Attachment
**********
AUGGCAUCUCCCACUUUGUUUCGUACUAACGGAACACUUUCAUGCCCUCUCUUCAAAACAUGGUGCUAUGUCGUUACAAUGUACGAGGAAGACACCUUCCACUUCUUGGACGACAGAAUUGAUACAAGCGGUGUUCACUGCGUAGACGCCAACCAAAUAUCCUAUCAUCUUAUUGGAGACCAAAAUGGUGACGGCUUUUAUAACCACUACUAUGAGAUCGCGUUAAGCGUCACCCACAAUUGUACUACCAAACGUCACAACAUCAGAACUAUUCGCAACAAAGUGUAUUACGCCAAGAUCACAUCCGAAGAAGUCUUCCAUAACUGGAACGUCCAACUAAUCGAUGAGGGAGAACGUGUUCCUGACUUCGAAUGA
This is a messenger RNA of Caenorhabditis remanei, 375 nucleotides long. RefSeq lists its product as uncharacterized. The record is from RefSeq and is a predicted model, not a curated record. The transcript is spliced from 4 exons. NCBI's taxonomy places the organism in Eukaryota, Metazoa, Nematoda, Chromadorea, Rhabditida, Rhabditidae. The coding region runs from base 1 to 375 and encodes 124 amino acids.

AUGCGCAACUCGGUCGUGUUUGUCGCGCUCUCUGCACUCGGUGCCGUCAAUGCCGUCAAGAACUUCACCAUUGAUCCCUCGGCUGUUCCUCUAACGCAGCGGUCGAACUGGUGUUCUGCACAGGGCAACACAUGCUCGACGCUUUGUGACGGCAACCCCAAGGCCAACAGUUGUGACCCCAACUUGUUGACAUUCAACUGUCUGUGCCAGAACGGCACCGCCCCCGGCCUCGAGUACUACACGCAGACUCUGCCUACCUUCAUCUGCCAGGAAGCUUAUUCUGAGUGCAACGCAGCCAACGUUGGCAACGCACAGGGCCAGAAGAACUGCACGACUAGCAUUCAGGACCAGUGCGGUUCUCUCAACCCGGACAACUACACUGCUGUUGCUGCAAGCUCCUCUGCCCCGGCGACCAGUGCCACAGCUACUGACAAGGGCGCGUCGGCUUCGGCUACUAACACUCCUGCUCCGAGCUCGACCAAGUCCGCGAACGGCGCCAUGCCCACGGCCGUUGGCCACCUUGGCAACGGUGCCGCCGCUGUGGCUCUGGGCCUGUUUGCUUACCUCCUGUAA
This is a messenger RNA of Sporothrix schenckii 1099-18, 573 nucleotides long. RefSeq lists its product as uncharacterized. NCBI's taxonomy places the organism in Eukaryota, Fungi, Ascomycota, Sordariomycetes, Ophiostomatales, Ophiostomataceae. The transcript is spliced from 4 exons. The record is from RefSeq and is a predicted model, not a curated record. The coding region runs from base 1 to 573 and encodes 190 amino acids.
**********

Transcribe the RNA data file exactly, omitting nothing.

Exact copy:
AUGGCAUCUCCCACUUUGUUUCGUACUAACGGAACACUUUCAUGCCCUCUCUUCAAAACAUGGUGCUAUGUCGUUACAAUGUACGAGGAAGACACCUUCCACUUCUUGGACGACAGAAUUGAUACAAGCGGUGUUCACUGCGUAGACGCCAACCAAAUAUCCUAUCAUCUUAUUGGAGACCAAAAUGGUGACGGCUUUUAUAACCACUACUAUGAGAUCGCGUUAAGCGUCACCCACAAUUGUACUACCAAACGUCACAACAUCAGAACUAUUCGCAACAAAGUGUAUUACGCCAAGAUCACAUCCGAAGAAGUCUUCCAUAACUGGAACGUCCAACUAAUCGAUGAGGGAGAACGUGUUCCUGACUUCGAAUGA
This is a messenger RNA of Caenorhabditis remanei, 375 nucleotides long. RefSeq lists its product as uncharacterized. The record is from RefSeq and is a predicted model, not a curated record. The transcript is spliced from 4 exons. NCBI's taxonomy places the organism in Eukaryota, Metazoa, Nematoda, Chromadorea, Rhabditida, Rhabditidae. The coding region runs from base 1 to 375 and encodes 124 amino acids.

AUGCGCAACUCGGUCGUGUUUGUCGCGCUCUCUGCACUCGGUGCCGUCAAUGCCGUCAAGAACUUCACCAUUGAUCCCUCGGCUGUUCCUCUAACGCAGCGGUCGAACUGGUGUUCUGCACAGGGCAACACAUGCUCGACGCUUUGUGACGGCAACCCCAAGGCCAACAGUUGUGACCCCAACUUGUUGACAUUCAACUGUCUGUGCCAGAACGGCACCGCCCCCGGCCUCGAGUACUACACGCAGACUCUGCCUACCUUCAUCUGCCAGGAAGCUUAUUCUGAGUGCAACGCAGCCAACGUUGGCAACGCACAGGGCCAGAAGAACUGCACGACUAGCAUUCAGGACCAGUGCGGUUCUCUCAACCCGGACAACUACACUGCUGUUGCUGCAAGCUCCUCUGCCCCGGCGACCAGUGCCACAGCUACUGACAAGGGCGCGUCGGCUUCGGCUACUAACACUCCUGCUCCGAGCUCGACCAAGUCCGCGAACGGCGCCAUGCCCACGGCCGUUGGCCACCUUGGCAACGGUGCCGCCGCUGUGGCUCUGGGCCUGUUUGCUUACCUCCUGUAA
This is a messenger RNA of Sporothrix schenckii 1099-18, 573 nucleotides long. RefSeq lists its product as uncharacterized. NCBI's taxonomy places the organism in Eukaryota, Fungi, Ascomycota, Sordariomycetes, Ophiostomatales, Ophiostomataceae. The transcript is spliced from 4 exons. The record is from RefSeq and is a predicted model, not a curated record. The coding region runs from base 1 to 573 and encodes 190 amino acids.